The capital of Switzerland’s expert watchmaking industry, Geneva is filled with shops offering timepieces from Patek Philippe and Breitling, among others. There’s also a staggering array of designer boutiques along the car-free cobblestone streets and squares like the Place du Molard, where some cobblestones have been replaced with backlit resin “stones” with multilingual greetings on them. At night, they light up the streets, a delight for those who dine in the many cafes there.
In Bern, speaking French is fine, but speaking Schweizerdeutsch, or “Swiss German,” is best. This picturesque city is the gateway to the Alps and the seat of the Swiss federal authority, known as the Bundesstadt, or “federal city.” The houses of Parliament are open to visitors most of the time, and it’s not unusual to bump into a member in the streets of the city. Many ride bicycles to work or take the bus.
Along with the many elaborate fountains (yes, the water is safe to drink), cobblestone streets and historic buildings, the mind-boggling 13th– and 16th-century Zytglogge, or “clock tower,” is a standout. On the hour, people gather to watch the clock’s cogwheel mechanism (still wound by hand) perform its intricate spectacle. The tower is located in the exquisite medieval Old Town of Bern, a UNESCO World Heritage Site with covered shopping arcades and untouched history.
The city’s cultural side offers a host of excellent museums, including the Paul Klee Center, designed by architect Renzo Piano to celebrate the famed artist and his work, and the Einstein House, where the physicist developed his theory of relativity. And of course there are the famous Bern bears, which live in a downtown park.
Just a day trip away from Bern is some of the country’s most breathtaking scenery: lakes, mountains and stunning landscapes. Ascona, one of the most popular towns in Ticino, the only Italian-speaking canton, is delightful. The destination is a favorite of Swiss Germans, who flock here for its mild climate and “Bella Italia” ambiance and cuisine. Indeed, many prefer it to the more famous Lake Como, as it is less crowded and less expensive, but equally beautiful.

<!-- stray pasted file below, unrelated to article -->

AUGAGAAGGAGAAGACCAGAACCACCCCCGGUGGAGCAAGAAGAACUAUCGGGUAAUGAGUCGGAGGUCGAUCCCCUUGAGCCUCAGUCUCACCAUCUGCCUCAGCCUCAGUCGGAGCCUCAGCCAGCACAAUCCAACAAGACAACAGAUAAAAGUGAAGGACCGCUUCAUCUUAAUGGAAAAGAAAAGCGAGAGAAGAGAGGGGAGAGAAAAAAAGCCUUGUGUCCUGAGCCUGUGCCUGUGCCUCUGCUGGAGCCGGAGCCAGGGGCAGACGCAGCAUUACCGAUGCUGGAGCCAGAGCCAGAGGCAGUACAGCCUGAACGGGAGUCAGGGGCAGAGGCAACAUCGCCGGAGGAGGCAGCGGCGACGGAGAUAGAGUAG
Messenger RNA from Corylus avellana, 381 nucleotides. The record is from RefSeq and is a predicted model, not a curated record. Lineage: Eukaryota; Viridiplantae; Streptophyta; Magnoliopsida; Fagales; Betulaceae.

On the southern tip of Switzerland, Lake Maggiore runs through the border between Switzerland and Italy. The canton of Ticino has fewer than 400,000 residents, three-quarters of whom speak Italian as their mother tongue. Here, flowers spill from every window box, “Ticino plates” of salamis and local cheeses are offered in rustic mountain hut cafes, sunbathers lie on chaise lounges at glamorous waterside resorts. At dusk, everyone strolls the palm-tree-lined pedestrian promenade on the lakefront to see and be seen. Gelaterias are everywhere, as are sidewalk cafes. I take a small launch to the Brissago Islands, about 15 minutes from the lakefront, where a lush public garden is home to some 1,700 different species of plants from five continents. If you go in June or July, you might want to attend JazzAscona, promoted as Europe’s largest jazz festival. An aside: It’s the only festival outside the U.S. that is officially supported by the city of New Orleans.
Stay at the famed Hotel Eden Roc, the splendid, resort-style lakefront hotel with two huge swimming pools, piers with a variety of boats, several restaurants and expansive gardens.
It sits just steps from the Ascona piazza, but you’ll feel a world away from everyday life. It’s the perfect way to wrap up your trip and say farewell — in whichever language you choose — to Switzerland.